“Dinah” – Django Reinhardt-The Quintet of the Hot Club of France (1934)

Ultraphone (France); Paris, December, 1934: Stephane Grappelly-vn/Django Reinhardt-Roger Chaput-Joseph Reinhardt-g/Louis Vola-sb.

6portrait-django-reinhardt-1933-43f1-diaporama

Django Reinhardt; (1910-1953)

As a Belgian gypsy, Django’s guitar work was all done in the gypsy tradition of “head arrangements” and spontaneity. He never learned to read or write music, French, or any language for that matter.

By the late 1940s Django virtually stopped playing guitar and dedicated himself to painting, family and fishing until his sudden death in 1953.

Although this blog is dedicated to American “jazz between the wars,” it would be the highlight of many American jazz musicians and expatriates, such as Coleman Hawkins and Bill Coleman, to share recording credits with Django.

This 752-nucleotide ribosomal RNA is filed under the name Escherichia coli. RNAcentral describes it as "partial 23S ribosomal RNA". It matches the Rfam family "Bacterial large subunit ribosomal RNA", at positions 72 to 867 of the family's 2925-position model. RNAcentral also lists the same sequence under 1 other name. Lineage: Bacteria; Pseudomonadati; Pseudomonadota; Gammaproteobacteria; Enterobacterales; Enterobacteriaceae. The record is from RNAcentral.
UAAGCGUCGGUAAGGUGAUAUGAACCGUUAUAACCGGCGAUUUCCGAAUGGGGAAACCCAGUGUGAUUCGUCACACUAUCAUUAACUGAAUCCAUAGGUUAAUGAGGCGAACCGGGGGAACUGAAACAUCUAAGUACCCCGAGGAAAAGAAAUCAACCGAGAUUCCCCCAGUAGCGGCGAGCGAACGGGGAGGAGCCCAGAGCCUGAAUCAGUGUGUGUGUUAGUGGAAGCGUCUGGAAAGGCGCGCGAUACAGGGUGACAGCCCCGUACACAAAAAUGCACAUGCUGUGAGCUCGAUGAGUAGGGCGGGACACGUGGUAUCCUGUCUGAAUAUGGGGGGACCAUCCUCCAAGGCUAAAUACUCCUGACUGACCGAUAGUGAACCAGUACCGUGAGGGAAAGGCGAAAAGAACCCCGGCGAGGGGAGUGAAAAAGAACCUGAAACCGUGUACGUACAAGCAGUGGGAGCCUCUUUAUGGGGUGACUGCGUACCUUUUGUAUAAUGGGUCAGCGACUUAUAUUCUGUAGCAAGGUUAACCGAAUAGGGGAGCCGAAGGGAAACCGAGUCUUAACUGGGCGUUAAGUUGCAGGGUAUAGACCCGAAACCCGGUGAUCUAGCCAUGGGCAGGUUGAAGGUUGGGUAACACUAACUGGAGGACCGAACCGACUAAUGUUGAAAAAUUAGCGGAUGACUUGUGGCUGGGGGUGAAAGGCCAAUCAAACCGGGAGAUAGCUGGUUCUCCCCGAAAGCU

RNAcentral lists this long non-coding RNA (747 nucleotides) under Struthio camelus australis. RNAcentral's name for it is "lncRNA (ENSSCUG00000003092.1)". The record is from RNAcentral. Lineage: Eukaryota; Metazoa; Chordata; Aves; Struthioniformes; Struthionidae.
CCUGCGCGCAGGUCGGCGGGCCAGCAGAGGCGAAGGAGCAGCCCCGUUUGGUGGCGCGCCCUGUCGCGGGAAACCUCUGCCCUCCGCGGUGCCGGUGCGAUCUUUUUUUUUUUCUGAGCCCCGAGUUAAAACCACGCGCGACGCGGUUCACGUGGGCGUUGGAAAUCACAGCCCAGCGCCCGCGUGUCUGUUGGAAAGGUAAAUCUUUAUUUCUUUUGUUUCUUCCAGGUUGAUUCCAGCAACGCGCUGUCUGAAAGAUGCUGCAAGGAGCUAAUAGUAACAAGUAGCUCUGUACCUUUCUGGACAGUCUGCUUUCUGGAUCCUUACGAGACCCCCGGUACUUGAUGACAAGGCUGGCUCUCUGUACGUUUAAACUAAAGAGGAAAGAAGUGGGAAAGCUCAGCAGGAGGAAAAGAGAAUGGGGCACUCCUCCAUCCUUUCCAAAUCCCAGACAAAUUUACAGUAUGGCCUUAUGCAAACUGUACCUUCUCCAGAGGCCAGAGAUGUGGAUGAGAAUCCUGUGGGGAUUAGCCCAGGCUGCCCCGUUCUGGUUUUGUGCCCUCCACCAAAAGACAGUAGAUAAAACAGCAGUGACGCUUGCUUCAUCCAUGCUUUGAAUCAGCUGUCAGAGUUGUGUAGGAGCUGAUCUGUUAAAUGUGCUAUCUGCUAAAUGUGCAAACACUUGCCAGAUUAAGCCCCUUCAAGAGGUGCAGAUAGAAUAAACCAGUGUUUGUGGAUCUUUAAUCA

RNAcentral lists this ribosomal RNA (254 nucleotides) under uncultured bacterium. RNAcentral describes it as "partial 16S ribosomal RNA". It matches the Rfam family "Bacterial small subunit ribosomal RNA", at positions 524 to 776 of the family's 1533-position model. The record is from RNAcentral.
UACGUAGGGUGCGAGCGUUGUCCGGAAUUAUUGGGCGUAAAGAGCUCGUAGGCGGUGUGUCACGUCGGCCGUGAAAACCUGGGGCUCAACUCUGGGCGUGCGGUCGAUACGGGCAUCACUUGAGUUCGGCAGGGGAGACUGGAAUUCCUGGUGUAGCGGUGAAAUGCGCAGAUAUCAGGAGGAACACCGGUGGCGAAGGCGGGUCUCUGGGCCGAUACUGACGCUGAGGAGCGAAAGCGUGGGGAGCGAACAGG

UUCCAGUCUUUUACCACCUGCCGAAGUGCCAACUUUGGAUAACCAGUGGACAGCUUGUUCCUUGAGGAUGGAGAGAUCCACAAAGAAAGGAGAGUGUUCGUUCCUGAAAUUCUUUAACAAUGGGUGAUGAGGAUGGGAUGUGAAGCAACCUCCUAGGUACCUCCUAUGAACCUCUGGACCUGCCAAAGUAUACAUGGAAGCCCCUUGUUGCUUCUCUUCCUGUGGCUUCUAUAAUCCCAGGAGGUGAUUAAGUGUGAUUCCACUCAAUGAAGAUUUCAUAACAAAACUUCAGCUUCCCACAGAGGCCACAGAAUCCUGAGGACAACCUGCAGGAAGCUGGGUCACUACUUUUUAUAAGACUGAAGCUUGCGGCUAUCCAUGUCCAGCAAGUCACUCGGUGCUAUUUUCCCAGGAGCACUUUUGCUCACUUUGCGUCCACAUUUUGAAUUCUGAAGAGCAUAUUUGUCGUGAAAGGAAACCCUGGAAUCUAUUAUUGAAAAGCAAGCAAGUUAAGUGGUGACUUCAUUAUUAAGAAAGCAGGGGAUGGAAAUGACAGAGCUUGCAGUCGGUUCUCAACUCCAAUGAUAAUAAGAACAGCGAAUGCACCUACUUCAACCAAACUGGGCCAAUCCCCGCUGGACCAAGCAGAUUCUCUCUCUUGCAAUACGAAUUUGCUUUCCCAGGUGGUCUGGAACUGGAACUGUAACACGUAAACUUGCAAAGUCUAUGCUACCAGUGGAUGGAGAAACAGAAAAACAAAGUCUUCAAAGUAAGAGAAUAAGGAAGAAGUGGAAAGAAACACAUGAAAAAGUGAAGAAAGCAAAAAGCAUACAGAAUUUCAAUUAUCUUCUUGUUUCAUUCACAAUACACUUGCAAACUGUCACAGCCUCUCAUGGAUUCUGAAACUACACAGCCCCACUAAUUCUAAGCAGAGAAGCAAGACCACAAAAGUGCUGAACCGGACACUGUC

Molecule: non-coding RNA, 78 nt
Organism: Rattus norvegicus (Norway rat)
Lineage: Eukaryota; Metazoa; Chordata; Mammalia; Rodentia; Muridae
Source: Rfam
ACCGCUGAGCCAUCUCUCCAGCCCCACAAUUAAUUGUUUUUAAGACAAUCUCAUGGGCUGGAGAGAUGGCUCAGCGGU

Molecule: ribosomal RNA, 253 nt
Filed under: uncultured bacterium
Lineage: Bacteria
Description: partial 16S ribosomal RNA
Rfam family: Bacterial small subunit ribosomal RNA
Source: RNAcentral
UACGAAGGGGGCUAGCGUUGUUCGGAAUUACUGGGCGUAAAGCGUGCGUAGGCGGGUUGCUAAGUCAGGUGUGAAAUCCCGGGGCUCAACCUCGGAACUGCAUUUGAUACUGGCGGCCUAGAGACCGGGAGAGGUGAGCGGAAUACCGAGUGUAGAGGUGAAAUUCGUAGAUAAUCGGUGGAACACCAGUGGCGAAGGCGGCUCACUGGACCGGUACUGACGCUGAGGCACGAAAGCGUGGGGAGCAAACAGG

Be sure to check out Muggsy Spanier’s 1939 “ragtime” rendition of “Dinah,” here.

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2 thoughts on ““Dinah” – Django Reinhardt-The Quintet of the Hot Club of France (1934)

  1. Love Django and the Hot Club of France. I own a dozen of their old 78s and 5 LPs (been collecting records for over 50 years). The period you cover is jazz at its best, and I’ll be checking out your previous posts “As Time Goes By” (a song, by the way, which is from this period because it came out in 1931 in the musical “Everybody’s Welcome,” but remained largely unknown until CASABLANCA in 1942).
    Thanks for the “Like” on my latest post, otherwise I wouldn’t have known of your excellent blog.

    Like

  2. Thanks for checking in and glad you could enjoy some of the entries. I’ll have to revisit Casablanca soon! Thanks for the song insight and I’ll be sure to keep an eye on your blog also to learn more about jazz during this period.

    Like

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